WASHINGTON (Reuters) - Major public events in the United States like the Boston Marathon need tighter security but officials must avoid moving toward a “police state,” Boston’s police commissioner said on Thursday at a congressional hearing into last month’s bombing.
Commissioner Edward Davis called for more use of surveillance cameras and other technology as well as special police units and more undercover officers as ways to provide more security. But the public’s privacy must also be protected, he added.
“We do not, and cannot, live in a protective enclosure because of the actions of extremists who seek to disrupt our way of life,” Davis told lawmakers probing the April 15 bombing in which three people were killed and 264 wounded.
The hearing by the House of Representatives Homeland Security Committee is the first in a series examining events leading up to the bombing that struck crowds cheering at the finish of the marquee race.
Surveillance video aided U.S. officials in naming two ethnic Chechen brothers as responsible for the attack. One, Dzhokhar Tsarnaev, was captured and charged in the bombing. His older brother, Tamerlan, was killed in a shootout with police.
Federal authorities have also charged three others with interfering with the investigation. The probe is continuing, with the focus now on computer evidence as well as a trickle of information coming from Russian authorities.
Lawmakers questioned the ability of law enforcement and intelligence agencies to coordinate information to prevent similar attacks.
Both Republicans and Democrats said they were concerned that systems set up after the September 11, 2001, attacks in New York and Washington still were not successfully sharing details about potential perpetrators.
Lawmakers said they worried that federal officials were not sharing information with state and local law enforcement, pointing to the FBI, the CIA and the Department of Homeland Security.
“Here we are, 12 years later - why are we still having problems connecting the dots?” said Representative Michael McCaul of Texas, the committee’s chairman. “My fear is that the Boston bombers may have succeeded because our system failed.”
After the April 19 shootout, officials revealed that the FBI, acting on a request from Russia, interviewed Tamerlan Tsarnaev in 2011 and his details were put in a counterterrorism database. But this did not set off alarms when he flew to Russia in 2012.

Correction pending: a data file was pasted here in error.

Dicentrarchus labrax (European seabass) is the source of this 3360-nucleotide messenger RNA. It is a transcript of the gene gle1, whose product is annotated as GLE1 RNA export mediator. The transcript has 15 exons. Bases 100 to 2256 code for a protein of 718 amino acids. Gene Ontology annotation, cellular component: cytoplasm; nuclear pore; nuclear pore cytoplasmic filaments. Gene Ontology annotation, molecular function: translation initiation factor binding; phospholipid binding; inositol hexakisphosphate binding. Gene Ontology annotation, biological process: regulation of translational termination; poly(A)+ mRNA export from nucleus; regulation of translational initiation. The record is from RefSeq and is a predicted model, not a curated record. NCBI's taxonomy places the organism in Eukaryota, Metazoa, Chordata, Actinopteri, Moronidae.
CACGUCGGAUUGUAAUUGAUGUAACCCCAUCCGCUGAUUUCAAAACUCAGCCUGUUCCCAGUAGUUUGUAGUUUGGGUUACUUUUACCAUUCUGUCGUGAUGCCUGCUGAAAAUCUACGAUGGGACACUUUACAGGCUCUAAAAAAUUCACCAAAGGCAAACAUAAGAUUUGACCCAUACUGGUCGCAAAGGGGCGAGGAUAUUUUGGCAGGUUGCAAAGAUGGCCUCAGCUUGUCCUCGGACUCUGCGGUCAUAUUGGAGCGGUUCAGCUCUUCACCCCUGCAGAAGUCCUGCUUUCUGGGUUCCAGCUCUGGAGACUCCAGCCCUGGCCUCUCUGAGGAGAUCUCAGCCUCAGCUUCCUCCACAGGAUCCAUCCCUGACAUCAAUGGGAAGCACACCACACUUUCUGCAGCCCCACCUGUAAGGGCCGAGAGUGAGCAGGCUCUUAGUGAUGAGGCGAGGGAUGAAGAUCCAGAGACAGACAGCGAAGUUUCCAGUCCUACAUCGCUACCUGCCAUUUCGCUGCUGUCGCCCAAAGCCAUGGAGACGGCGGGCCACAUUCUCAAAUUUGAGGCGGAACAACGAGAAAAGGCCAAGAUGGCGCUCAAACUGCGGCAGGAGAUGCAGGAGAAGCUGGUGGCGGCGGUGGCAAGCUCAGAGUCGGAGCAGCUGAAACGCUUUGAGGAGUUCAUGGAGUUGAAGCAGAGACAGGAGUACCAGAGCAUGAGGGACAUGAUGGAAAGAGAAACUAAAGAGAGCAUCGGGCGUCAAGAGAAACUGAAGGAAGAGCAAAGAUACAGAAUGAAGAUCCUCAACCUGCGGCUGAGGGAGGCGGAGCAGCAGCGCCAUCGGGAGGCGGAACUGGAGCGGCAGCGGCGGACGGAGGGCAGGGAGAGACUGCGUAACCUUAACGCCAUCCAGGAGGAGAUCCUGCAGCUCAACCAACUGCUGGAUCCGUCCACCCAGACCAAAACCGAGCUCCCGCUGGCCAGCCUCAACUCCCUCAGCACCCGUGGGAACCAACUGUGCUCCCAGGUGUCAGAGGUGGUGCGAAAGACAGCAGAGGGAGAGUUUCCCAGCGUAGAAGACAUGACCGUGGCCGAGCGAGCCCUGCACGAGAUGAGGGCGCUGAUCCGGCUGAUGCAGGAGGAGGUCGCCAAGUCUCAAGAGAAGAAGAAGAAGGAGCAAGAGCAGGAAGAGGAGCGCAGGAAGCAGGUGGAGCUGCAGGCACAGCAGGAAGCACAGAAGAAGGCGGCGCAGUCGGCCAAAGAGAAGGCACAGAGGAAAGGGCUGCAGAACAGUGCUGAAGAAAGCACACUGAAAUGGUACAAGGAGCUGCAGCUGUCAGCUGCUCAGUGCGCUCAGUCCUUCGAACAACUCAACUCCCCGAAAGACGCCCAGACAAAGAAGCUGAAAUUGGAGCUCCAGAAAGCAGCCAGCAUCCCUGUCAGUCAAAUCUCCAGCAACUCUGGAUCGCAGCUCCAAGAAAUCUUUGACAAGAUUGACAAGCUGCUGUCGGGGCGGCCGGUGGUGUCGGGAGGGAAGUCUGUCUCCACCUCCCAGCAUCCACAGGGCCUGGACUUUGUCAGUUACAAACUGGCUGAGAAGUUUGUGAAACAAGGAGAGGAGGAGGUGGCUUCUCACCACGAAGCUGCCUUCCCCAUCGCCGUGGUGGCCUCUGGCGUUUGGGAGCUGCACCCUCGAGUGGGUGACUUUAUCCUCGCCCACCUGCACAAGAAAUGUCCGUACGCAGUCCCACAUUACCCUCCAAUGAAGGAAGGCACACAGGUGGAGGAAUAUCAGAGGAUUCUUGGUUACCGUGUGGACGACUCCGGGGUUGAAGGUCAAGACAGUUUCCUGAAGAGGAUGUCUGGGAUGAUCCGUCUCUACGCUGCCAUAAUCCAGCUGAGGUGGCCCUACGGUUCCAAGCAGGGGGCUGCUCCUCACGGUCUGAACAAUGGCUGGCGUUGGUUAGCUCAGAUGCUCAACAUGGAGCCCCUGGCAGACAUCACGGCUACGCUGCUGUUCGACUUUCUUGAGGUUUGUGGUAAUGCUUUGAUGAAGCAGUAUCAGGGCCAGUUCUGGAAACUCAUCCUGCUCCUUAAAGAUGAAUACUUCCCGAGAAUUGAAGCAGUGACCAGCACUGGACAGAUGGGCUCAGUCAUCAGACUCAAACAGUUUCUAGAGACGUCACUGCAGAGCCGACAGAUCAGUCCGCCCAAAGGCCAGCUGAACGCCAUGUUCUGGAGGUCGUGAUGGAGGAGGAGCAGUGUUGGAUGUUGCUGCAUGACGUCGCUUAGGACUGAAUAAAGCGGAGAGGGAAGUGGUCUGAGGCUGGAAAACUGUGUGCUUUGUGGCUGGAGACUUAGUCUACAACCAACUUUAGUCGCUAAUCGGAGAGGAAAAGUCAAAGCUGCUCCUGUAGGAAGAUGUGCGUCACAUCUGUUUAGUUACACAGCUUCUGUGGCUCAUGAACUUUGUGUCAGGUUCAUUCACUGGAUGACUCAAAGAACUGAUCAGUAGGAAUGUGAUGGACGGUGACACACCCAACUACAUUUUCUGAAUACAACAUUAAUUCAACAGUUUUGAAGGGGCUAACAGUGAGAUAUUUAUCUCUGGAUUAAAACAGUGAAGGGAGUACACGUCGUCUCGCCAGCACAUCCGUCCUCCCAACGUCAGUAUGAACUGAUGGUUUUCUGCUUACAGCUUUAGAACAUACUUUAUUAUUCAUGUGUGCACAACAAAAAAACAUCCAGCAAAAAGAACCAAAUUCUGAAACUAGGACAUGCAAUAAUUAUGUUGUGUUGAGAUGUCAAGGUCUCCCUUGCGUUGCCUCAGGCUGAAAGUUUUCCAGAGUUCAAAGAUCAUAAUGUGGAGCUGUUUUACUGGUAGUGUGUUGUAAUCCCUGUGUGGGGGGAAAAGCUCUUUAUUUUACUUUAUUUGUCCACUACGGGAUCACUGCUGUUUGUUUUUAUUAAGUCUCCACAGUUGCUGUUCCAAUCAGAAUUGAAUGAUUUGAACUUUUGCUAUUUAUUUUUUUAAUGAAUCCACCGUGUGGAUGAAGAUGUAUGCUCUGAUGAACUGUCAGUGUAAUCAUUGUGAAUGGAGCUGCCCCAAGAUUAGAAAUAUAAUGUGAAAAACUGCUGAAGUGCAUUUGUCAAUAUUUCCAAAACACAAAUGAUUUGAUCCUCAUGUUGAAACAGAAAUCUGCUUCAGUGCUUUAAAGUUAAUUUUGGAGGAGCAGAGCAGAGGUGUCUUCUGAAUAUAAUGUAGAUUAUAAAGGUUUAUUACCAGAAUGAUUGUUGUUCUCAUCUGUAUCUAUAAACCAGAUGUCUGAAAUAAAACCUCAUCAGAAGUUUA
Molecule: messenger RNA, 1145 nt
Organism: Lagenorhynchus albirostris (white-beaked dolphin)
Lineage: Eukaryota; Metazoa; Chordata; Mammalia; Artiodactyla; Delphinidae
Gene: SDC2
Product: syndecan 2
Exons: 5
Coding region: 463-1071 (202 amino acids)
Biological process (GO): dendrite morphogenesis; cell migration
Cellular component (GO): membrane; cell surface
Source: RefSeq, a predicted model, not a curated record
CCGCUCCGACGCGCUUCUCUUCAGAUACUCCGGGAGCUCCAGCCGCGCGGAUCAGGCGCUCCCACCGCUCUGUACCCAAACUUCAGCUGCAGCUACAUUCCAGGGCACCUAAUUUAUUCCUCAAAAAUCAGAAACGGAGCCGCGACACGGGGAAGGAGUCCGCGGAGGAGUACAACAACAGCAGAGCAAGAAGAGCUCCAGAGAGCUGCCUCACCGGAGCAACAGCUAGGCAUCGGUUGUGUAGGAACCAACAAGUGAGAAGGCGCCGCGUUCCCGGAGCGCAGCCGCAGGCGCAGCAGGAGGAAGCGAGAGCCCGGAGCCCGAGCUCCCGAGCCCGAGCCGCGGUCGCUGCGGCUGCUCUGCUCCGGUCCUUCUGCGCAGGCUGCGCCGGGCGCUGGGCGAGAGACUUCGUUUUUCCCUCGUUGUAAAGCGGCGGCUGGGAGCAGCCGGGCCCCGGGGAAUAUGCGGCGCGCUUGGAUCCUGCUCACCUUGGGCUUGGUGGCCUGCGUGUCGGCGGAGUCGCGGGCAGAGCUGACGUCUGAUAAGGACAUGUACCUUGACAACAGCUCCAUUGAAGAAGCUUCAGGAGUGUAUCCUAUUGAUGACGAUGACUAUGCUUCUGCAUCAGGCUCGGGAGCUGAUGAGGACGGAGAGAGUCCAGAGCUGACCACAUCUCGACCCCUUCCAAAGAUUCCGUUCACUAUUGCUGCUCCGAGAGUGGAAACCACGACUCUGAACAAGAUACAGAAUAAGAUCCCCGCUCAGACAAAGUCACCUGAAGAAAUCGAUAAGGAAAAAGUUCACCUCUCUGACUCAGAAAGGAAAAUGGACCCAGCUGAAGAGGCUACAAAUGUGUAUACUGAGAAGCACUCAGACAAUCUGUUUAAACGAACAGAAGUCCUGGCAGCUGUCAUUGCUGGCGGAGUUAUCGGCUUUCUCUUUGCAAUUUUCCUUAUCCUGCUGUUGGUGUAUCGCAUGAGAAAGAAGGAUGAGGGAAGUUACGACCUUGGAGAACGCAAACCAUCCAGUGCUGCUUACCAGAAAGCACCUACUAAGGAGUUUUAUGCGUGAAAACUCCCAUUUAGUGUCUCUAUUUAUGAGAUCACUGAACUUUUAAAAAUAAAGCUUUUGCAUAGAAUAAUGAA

“The failure to share information is absolutely indefensible,” said Representative Peter King, a New York Republican. “I can’t explain it, I can’t understand it, and to me it’s a severe breakdown in law enforcement.”
The FBI said Boston police officials had access to their records on Tsarnaev, and the roughly 1,000 other people assessed by the Boston joint terrorism task force in 2011, through an online database set up in 2004.
“Many state and local departments, including the BPD, have representatives who are full-time members of the JTTF, and specifically had representatives assigned to the JTTF squad that conducted the 2011 Assessment of deceased terrorism suspect, Tamerlan Tsarnaev,” said Richard DesLauriers, the FBI’s special agent in charge in Boston.
Davis told lawmakers that surveillance images can be helpful to law enforcement as evidence and are aimed at protecting the public, not stifling freedom or chilling free speech.
Still, he added: “I do not endorse actions that move Boston and our nation into a police state mentality, with surveillance cameras attached to every light pole in the city.”
Davis and others said that even with more coordination among law enforcement, databases and cameras can only do so much to prevent such attacks.
Additional reporting by Scott Malone; Editing by Vicki Allen and Mohammad Zargham